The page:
News Search

Former CMSAF meets Airmen, gives leadership tips

WHITEMAN AFB, MO -- Several Whiteman Airmen received a lesson in leadership and management last week from a man who spent the much of his Air Force career teaching the subjects. 

Retired Chief Master Sgt. of the Air Force Robert Gaylor spoke at the Chief recognition banquet March 9 on the techniques and importance of successful management and leadership. 

Five senior master sergeants from Whiteman were selected for promotion to chief. 

"That's my core of expertise," he said. "I am a student of leadership." 

"There are two questions I try to answer: 'what is it that great leaders do that makes them great?' and 'what is it that poor leaders do that makes them poor?'" Chief Gaylor said. 

Chief Gaylor, born in Bellevue, Iowa, enlisted in the Air Force in 1948. 

He served in the security police career field until 1957, when he became a military training instructor at Lackland Air Force Base, Texas until 1962. 

During his security police years, Chief Gaylor spent tours in Texas, Korea, Japan, Mississippi and Louisiana. 

An honor graduate of the 2nd Air Force Noncommissioned Officer Academy at Barksdale AFB, La, Chief Gaylor spent eight years of service studying and teaching management and leadership techniques to Airmen. 

Chief Gaylor became the fifth chief master sergeant of the Air Force in 1977 and held the top enlisted billet until his retirement in July 1979.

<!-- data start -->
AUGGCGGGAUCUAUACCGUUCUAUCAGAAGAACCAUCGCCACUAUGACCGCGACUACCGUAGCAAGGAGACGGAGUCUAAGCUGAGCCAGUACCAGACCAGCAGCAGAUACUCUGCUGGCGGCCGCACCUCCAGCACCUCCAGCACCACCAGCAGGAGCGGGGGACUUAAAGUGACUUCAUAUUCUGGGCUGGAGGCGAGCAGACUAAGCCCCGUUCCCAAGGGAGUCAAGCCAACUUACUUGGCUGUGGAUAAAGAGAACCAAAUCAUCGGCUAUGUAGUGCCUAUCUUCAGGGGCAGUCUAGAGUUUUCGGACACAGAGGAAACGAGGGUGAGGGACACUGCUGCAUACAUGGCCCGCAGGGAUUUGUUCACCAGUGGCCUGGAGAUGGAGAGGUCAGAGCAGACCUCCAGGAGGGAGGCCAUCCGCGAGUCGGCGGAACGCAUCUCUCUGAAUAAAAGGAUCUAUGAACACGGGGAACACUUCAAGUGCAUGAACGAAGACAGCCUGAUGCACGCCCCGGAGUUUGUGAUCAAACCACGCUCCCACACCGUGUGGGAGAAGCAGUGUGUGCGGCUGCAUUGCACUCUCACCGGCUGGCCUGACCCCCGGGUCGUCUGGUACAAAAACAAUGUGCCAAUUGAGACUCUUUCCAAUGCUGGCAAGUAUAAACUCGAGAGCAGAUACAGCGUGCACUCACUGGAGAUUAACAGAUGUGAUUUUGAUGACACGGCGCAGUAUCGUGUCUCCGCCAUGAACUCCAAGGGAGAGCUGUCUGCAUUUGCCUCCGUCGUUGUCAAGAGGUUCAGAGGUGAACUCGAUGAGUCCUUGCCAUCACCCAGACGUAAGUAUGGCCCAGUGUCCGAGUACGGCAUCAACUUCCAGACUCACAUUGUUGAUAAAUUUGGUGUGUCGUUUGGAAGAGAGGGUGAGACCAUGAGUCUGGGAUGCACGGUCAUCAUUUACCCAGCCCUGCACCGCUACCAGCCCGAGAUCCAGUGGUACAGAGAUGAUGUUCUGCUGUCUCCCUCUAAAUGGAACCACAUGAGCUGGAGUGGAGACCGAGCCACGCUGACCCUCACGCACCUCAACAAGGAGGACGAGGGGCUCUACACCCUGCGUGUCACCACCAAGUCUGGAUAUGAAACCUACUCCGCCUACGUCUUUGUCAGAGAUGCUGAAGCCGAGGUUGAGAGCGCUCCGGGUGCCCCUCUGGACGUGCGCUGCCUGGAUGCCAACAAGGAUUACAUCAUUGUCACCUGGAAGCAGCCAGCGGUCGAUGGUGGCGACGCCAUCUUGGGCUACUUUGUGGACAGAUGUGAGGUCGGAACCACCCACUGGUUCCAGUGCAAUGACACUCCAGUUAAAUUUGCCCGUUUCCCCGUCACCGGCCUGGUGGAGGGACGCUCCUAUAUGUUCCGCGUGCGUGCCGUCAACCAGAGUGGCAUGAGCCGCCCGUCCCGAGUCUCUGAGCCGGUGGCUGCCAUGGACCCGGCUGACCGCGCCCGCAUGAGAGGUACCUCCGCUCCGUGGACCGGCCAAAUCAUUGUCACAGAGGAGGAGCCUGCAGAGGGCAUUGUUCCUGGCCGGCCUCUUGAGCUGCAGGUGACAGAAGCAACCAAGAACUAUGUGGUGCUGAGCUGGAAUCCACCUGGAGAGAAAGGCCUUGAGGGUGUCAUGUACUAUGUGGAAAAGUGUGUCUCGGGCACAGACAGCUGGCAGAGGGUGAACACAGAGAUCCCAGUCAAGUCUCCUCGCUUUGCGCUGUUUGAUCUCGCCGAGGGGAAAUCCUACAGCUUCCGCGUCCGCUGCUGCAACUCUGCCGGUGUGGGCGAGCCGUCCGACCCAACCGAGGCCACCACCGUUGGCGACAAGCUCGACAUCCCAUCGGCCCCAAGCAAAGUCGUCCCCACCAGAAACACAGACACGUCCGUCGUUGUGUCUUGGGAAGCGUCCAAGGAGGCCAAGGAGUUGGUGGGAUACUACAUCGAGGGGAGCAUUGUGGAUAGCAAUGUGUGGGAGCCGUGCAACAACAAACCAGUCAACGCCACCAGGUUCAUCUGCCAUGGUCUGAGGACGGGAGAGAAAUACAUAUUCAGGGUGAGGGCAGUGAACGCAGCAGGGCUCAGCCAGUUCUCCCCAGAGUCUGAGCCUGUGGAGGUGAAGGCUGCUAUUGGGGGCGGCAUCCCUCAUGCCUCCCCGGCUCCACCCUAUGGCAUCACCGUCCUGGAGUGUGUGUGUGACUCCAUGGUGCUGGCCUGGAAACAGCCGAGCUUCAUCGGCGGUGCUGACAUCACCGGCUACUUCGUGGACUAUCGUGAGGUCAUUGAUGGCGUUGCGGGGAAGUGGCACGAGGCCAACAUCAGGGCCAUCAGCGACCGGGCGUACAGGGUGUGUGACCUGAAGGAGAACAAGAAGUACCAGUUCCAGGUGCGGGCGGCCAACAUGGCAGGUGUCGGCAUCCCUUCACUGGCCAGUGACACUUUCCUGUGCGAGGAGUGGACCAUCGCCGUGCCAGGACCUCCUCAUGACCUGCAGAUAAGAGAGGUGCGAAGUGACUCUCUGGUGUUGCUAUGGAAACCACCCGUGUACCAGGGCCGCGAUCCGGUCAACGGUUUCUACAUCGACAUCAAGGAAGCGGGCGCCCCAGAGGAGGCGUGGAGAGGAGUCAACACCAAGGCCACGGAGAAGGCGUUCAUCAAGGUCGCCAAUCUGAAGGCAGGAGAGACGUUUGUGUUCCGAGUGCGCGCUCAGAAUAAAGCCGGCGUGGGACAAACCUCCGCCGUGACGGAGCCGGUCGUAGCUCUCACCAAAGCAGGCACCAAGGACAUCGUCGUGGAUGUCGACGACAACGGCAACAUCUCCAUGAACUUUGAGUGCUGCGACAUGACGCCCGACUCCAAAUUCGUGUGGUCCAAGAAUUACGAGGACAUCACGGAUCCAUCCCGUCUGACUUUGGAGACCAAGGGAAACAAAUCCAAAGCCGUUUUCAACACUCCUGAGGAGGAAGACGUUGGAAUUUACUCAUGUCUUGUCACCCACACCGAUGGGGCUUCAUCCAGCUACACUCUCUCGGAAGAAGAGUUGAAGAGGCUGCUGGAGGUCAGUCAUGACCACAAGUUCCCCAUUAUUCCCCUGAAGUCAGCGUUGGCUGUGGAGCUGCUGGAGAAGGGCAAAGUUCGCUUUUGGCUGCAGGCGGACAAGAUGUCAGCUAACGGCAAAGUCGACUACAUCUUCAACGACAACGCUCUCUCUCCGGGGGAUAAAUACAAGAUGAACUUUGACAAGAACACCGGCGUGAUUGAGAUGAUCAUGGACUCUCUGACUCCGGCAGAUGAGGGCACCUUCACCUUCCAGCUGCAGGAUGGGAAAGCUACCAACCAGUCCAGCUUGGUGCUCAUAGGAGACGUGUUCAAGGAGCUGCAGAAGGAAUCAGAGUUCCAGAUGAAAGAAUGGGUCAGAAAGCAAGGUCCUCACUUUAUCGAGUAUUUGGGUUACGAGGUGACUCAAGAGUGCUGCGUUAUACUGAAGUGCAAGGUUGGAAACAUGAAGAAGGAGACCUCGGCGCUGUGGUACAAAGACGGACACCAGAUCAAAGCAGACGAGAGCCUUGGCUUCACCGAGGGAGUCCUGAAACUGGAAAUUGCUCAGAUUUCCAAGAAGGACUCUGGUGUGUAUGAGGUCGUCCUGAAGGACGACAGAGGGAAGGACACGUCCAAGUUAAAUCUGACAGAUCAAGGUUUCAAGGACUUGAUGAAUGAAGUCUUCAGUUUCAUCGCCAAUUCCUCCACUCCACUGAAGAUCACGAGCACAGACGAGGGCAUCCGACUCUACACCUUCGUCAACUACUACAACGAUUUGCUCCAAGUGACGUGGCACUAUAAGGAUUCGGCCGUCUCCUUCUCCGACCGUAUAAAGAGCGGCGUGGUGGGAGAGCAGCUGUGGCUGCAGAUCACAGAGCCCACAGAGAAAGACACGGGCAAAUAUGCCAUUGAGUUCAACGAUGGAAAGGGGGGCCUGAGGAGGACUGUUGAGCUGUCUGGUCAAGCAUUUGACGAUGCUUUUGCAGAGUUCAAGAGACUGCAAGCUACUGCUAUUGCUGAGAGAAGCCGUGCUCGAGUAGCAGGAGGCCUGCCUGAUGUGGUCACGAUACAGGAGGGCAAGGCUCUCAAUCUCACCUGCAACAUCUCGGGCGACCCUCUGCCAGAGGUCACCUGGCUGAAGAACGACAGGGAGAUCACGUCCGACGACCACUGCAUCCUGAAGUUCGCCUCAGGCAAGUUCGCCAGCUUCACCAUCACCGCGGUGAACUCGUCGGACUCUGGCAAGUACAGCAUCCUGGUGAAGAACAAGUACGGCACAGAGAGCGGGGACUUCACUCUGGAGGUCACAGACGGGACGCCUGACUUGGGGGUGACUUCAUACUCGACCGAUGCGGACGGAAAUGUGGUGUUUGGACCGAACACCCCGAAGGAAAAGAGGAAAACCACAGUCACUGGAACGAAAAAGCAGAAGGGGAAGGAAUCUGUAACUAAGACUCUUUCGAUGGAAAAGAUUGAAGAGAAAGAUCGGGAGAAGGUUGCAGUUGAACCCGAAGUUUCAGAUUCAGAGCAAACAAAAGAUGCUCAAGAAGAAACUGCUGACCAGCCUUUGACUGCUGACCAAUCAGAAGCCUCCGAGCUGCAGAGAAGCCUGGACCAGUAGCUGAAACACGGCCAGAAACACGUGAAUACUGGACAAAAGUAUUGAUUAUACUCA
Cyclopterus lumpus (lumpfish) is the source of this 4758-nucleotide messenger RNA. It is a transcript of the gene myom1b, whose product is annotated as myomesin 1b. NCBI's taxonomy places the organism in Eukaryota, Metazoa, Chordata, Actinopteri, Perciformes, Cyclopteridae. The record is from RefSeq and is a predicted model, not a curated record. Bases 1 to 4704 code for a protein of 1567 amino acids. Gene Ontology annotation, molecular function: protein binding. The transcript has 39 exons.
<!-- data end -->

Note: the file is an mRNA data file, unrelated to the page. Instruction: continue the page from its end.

Four days after his retirement, Chief Gaylor began working for USAA Federal Savings Bank in their insurance department. He retired in 1995. 

"Retirement to me is another stage of life," Chief Gaylor said. He added that, although he no longer puts in a 40-hour workweek at an office, he is still active in other things such as traveling and speaking to others about leadership and management. 

"It's my belief that if we can capture things that great leaders do and share that with others, we'll have more great leaders," Chief Gaylor said. 

Early in the Air Force, leadership was predominately authoritarian, "I'm the boss, you're the worker. I'll tell you what to do, you do it," the chief said. Today's Air Force shows that a leader can be dynamic and goal-oriented and still be open-minded to his subordinates, Chief Gaylor said. 

"I think your wing commander is a good example of that," he said. "He's a forceful leader. He's dedicated to his goals, but he's also a great person." 

The chief also noticed the many changes and advancements in Air Force security forces squadrons since his time as a security police member. 

"There is more pride, much better training and advanced equipment and weapons," he said. "(Security forces) are trained, equipped and motivated so much better." 

Although never stationed at Whiteman, Chief Gaylor has visited Whiteman more than 15 times since 1975. 

"There's no base like Whiteman," he said. "It's the only base with the B-2 and that has to be the most impressive and beautiful aircraft. So many of our bases have similar missions, but Whiteman is the only base with the B-2 and I think it is a very special mission with a very sophisticated weapons system." 

"And the people of Whiteman are dedicated to that mission and that is very impressive." 

"I came here Oct. 4, 2001, just a few days after 9/11," Chief Gaylor recalled. "I remember the pace, the excitement, and the spirit at Whiteman about flying the first missions and I got caught up in that. 

"These visits are my opportunity to thank the men and women of Whiteman for the great job they do."